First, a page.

Friday, March 26, 2010


Making healthy food choices by increasing consumption of fresh fruits and vegetables is important. It may also lend to the possibility of eating more organic foods. So what is organic and are organic foods necessarily better for you?

The label “organic” certifies that the product contains at least 95% organic ingredients. “Organic” foods are produced under the guidance of the USDA National Organic Program regulations (NOP). However this certification does not determine nutritional status or food safety for the organic products. Current reviews of nutritional quality for organics and conventional foods show that the nutrients are essentially the same. Thus, shop for the best values and be less concerned with organic or non-organic and more concerned with getting 5 fruits and vegetables daily. Here are a few insights to help you make the best decision for you and your family:

  • “Locally grown” does not indicate that the food is organically grown or meets the NOP regulations. The word “natural” also does not mean it is organic. Cage-free eggs do not mean they are organic.

  • Generally, both organic and conventional foods have good food safety records. Pesticide residues as well as hormones, antibiotics, fungicides, and herbicides are usually less on organic foods but contamination by E. coli is similar for both. However, it is better to eat fruits and vegetables with pesticides than to not eat any fruits or vegetables.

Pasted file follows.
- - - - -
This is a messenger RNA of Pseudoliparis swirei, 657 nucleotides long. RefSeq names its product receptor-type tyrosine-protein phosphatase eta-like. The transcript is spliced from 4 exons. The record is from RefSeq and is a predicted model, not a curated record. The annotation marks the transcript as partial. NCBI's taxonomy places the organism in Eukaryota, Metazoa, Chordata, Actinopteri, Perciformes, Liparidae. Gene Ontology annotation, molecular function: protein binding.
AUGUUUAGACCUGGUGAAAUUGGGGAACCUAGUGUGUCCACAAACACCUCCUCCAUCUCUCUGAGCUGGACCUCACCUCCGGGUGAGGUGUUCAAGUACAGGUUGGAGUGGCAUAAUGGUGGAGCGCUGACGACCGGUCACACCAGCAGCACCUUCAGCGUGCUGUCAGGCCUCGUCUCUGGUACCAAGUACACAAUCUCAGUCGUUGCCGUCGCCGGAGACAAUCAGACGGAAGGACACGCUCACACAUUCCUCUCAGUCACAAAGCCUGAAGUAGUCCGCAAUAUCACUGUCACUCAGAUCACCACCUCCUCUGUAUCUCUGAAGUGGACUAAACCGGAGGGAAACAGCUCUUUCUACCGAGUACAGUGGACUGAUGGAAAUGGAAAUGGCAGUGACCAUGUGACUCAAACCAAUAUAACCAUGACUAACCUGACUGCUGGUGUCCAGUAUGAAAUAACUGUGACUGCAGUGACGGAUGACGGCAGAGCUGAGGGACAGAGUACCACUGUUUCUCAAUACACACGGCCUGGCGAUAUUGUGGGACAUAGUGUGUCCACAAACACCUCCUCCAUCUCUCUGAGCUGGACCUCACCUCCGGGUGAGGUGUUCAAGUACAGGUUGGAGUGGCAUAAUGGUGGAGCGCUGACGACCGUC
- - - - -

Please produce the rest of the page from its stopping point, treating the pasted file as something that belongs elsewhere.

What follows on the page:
• Generally the cost for organic foods, particularly milk and produce, is higher than for conventional foods. Consumers must judge for themselves what the value of the cost difference is.

  • Organic foods with the best benefits include:
    Peaches, nectarines, apricots
    Apples, pears
    Sweet bell peppers, celery
    Strawberries, raspberries, cherries
    Spinach, lettuce

Jefferson County is offering it’s employees access to discounted organic produce available for pick up at several county office locations. Please visit and/or contact Lise Melbye, MS, MPH LiveLife Wellness Coordinator


  1. American Dietetic Association, Hot Topics, October 2009,

  2. United States Dept of Agriculture, The National Organic Program,

  3. University of Michigan, Health Minute Update, March, 2003,

  4. Nutrition Action Healthletter, Organic food: worth the price?, July-August, 2007, David Schardt

Provided by JCPH Nutrition Services. Over 50 years of helping Jefferson County residents with nutrition education and services, including the Women, Infant & Children Program assuring pregnant women and children ages five and under in the County have access to healthy foods and nutrition education. Call Nutrition Services Manager, Sara Lemley, RD 303-239-7137 for more information.

1 comment:

  1. Organic foods protect from heart disease and cancer, as they contain Phenolic compounds. Organic Foods helps in reducing the probability of getting cancer.